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Because of the high nutrient needs of the infant it is recommended that the infant be fed only breast milk or formula for the first six months of life. Then, as the infant physically develops the ability to chew, swallow, and sit unattended, solid foods may be added gradually to the diet.

The main purpose of introducing solid foods is to provide nutrients that are no longer supplied adequately by breast milk or formula alone. For example, the iron stores from birth have diminished at around four to six months of age and because of babies' increased weight gain, more iron is needed to prevent iron deficiency anemia. It is important to note that foods should never replace formula or breast milk but should be a supplement to them. It is also important that cow's milk not be introduced until after six months of age due to protein in the milk that is too large for the infant to digest. This may induce an allergic reaction to the milk. The food chosen must be foods that the infant is developmentally capable of handling and metabolizing. Until about four months of age, all solid objects entering the mouth are pushed out through the sucking action of the tongue. This action prevents the infant from swallowing foods and other objects. Sometime around four to six months of age the infant is able to move foods from the front of the mouth to the back to facilitate swallowing of solid food. This action develops around the same time that the infant is able to sit unattended. At this time the infant can sit in a high chair and turn his or her head when satisfied and no longer hungry.

Along with the physical signs of development the intestinal tract is also developing in order to handle solid food in digestion. The appropriate timing of the introduction of foods may prevent the onset of an allergic response to foods. To prevent allergy and for it’s prompt identification, should it occur, it is recommended that only simple ingredient foods be introduced first. They also should be selected to provide variety, balance and moderation. Commercial baby foods provide a wide variety of nutritious food, in a safe and convenient form. Homemade baby foods can be as nutritious, as long as the nutrients are not lost during the preparation, and precaution is used in the preparation to prevent contamination or infection. The preparation should also be done without added salt, sugar, or seasonings.

The first food introduced should be iron-fortified cereal. Rice cereal is usually the first because of it's low incidence of allergic reactions. Most cereals are available in dry form and premixed. In the beginning, the dry should be used and mixed with water, formula or breast milk in a very thin consistency. Other varieties can be followed, as long as they are added in small portions with around four to five days between new introductions. This will allow you to observe your child for signs of allergic reactions. The second and third food following cereals should be vegetables or fruits. Some believe that introducing fruits before vegetables may cause the infant to dislike vegetables due to their less desirable taste. All experts, however, do not support this belief. At around eight months of age the infant may be introduced to commercially prepared yogurt for infants or reduced-sugar varieties of regular yogurt. Vegetable and meat combination foods can be added at this age followed by single meat varieties. Single meat varieties may be less readily accepted than other foods at first but the infant is getting plenty of iron from cereals and formula or breast milk, so there is no cause for concern. Last, desserts may be added to the diet. The dessert foods add more calories and fewer nutrients than other infant foods and should not replace any of the above foods.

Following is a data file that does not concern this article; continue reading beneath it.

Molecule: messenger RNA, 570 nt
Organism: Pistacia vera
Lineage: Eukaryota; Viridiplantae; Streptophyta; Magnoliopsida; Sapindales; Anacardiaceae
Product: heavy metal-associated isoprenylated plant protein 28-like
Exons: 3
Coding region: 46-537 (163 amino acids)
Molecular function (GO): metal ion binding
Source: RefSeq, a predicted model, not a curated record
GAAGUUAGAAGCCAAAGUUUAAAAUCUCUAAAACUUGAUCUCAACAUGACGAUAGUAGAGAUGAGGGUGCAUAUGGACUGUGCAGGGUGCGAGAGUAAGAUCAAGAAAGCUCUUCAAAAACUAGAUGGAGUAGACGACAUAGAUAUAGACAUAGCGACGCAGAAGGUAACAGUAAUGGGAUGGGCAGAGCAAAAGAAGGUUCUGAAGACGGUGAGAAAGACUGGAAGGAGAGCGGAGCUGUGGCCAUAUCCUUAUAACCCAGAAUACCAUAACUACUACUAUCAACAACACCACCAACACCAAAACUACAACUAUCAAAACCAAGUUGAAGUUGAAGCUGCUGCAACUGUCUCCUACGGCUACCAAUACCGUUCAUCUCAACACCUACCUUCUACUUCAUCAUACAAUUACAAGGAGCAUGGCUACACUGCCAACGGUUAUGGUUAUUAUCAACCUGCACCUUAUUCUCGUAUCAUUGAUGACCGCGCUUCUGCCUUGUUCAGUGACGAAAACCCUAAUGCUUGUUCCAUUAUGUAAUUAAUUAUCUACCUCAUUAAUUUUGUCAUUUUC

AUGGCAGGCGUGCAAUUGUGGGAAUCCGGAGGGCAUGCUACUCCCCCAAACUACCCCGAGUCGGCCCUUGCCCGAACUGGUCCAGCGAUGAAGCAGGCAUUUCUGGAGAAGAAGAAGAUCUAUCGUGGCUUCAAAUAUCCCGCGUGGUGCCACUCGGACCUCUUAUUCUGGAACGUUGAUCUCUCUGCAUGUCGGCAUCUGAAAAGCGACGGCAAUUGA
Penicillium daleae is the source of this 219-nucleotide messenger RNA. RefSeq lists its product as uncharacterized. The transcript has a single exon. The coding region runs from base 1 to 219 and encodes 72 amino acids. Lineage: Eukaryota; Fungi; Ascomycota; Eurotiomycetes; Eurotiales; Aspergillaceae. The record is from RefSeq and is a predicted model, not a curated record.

All solid foods should be fed with a spoon while the infant is sitting in a high chair. When the child turns away from the spoon as to show that he or she wants no more, this is usually a good sign that the child is full. As an infant begins to cut teeth, finger foods may be added in the same variety as above. Some good examples of finger foods are Cheerios, small chunks of cheese, vegetables, fruits and meats. Other foods are not recommended due to their high choking hazard. Some of these foods are popcorn, hotdogs, peanut butter and grapes. The subject of choking hazards should be further researched.